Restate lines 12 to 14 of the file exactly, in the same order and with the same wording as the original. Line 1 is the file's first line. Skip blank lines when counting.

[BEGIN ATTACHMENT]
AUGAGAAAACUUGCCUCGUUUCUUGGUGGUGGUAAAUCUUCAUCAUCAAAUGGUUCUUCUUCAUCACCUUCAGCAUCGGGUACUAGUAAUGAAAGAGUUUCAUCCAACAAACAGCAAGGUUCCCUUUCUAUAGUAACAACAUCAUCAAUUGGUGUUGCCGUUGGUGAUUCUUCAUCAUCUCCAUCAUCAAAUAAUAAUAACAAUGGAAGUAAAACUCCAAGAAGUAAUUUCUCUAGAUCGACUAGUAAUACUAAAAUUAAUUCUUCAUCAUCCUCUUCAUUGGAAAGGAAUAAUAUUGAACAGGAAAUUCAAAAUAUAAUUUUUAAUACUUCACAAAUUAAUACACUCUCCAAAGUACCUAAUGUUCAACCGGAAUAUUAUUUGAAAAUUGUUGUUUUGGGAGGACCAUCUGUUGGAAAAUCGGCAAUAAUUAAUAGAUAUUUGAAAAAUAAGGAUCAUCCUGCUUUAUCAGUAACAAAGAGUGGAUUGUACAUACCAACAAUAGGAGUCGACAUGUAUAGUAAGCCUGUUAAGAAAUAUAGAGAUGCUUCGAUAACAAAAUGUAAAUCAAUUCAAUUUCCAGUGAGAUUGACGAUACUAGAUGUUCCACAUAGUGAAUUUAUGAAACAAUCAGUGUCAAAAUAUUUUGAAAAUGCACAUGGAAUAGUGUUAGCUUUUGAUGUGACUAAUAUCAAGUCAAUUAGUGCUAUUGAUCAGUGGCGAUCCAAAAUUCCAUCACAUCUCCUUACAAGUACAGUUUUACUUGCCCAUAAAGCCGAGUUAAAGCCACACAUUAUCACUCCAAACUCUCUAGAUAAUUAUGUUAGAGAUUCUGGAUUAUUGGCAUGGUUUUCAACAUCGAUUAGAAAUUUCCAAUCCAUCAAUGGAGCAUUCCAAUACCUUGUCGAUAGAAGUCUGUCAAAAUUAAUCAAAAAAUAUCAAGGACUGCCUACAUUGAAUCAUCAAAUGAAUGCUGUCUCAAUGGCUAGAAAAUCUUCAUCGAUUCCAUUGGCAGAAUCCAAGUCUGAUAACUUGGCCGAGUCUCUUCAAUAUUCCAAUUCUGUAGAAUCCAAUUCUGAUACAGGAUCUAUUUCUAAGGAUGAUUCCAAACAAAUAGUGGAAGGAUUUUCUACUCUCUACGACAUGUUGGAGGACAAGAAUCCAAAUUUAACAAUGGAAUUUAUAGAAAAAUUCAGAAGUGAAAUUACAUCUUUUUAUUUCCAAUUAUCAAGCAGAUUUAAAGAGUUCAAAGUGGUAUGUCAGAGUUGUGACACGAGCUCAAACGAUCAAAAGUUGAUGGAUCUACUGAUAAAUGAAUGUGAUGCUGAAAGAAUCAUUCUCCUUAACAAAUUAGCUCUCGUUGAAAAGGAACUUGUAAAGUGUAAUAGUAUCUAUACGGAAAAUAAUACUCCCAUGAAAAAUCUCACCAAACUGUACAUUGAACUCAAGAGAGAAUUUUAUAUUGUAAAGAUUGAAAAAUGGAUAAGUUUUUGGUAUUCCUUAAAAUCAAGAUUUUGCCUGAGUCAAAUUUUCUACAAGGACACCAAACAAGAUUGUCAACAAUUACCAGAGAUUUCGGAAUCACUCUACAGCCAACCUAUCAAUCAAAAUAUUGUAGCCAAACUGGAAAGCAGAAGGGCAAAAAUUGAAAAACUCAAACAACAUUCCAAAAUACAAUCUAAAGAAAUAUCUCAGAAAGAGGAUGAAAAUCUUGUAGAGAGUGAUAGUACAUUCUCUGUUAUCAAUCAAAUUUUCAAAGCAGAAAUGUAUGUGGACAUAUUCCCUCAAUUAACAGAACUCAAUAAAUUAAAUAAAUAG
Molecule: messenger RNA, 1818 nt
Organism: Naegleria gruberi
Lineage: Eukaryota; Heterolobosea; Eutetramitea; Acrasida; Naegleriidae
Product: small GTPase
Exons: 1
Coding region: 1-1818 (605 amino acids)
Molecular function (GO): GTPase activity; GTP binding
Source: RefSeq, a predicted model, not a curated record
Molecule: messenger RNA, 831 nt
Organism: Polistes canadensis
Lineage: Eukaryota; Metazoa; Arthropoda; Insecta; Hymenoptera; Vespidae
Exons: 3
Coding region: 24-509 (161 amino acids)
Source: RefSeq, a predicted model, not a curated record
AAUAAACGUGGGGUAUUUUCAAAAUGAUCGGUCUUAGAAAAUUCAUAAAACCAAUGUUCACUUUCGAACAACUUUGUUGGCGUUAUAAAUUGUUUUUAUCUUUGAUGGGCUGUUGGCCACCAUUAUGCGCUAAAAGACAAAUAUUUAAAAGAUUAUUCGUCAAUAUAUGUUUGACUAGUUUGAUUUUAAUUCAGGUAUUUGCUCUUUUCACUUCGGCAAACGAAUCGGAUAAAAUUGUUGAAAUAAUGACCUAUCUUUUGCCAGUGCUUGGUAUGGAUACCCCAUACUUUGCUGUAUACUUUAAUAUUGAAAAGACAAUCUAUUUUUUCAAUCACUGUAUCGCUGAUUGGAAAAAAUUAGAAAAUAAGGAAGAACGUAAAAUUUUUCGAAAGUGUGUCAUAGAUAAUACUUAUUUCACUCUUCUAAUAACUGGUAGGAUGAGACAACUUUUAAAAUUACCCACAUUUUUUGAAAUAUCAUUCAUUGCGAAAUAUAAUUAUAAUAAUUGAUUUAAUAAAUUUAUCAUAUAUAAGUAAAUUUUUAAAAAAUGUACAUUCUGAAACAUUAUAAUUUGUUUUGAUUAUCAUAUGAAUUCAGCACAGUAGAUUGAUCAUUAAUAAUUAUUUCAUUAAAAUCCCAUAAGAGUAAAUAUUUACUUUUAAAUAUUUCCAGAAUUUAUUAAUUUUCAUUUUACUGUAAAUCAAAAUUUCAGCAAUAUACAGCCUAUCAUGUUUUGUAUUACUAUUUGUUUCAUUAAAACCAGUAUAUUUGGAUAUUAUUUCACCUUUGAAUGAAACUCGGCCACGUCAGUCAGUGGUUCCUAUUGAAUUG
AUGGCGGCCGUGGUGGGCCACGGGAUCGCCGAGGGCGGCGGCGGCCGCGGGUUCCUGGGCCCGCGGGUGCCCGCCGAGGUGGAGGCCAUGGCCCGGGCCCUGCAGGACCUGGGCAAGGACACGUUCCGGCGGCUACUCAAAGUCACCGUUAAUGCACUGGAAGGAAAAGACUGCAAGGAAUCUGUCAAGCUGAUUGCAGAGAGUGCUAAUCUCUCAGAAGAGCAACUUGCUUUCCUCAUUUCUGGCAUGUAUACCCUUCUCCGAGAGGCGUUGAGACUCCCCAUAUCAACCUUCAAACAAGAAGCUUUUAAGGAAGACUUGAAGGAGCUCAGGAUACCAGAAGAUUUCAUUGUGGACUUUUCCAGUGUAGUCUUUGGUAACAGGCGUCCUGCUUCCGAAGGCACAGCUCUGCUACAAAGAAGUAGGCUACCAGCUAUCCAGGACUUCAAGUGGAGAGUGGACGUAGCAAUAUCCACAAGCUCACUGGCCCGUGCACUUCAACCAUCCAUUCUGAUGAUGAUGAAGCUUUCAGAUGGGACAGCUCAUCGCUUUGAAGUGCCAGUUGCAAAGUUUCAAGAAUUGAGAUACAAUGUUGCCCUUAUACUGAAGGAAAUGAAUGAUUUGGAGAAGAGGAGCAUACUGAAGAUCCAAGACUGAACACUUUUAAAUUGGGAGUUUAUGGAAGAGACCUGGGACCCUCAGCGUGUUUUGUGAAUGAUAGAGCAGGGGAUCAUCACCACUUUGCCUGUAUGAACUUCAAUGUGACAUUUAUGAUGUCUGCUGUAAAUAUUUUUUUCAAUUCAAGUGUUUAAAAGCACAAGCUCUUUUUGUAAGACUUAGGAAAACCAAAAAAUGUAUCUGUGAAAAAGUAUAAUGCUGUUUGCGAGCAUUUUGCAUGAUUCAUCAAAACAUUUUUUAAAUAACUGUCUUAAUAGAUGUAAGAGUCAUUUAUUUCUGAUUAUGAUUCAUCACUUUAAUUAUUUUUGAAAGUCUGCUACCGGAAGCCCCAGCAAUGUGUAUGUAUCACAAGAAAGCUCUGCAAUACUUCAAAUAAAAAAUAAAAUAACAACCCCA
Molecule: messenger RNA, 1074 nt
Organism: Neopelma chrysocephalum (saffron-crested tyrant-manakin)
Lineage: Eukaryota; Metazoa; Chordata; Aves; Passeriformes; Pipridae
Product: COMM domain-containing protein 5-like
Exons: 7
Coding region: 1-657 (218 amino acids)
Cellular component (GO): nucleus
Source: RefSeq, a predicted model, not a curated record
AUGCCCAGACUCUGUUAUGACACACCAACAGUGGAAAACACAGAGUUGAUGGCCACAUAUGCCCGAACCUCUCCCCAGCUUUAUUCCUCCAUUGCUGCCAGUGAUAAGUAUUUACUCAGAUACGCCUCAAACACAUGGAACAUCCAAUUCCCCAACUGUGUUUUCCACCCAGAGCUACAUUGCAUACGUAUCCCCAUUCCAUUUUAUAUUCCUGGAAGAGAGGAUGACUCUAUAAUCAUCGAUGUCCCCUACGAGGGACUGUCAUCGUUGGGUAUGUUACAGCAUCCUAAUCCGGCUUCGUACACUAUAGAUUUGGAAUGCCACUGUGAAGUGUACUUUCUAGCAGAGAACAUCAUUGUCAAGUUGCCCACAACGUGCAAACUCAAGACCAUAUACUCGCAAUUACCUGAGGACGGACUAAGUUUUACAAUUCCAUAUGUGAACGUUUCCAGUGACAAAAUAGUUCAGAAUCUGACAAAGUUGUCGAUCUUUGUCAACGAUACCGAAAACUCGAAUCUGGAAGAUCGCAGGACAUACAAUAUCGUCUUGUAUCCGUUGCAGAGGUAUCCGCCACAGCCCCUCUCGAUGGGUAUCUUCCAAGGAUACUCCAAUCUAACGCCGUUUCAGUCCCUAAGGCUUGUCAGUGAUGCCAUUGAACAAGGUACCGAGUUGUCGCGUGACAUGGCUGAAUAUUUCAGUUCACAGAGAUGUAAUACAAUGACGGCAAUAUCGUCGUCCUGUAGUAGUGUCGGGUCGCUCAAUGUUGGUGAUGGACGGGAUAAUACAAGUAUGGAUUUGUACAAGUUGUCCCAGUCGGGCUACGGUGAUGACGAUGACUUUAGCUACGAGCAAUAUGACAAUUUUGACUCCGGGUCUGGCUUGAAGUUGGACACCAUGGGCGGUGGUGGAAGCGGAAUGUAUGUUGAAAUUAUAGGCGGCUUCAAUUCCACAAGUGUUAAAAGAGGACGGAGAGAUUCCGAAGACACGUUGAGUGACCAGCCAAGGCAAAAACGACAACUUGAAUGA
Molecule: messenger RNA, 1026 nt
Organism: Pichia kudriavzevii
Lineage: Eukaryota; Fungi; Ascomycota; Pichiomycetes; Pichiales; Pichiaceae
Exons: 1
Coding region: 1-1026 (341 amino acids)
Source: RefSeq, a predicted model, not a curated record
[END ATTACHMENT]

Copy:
Lineage: Eukaryota; Metazoa; Arthropoda; Insecta; Hymenoptera; Vespidae
Exons: 3
Coding region: 24-509 (161 amino acids)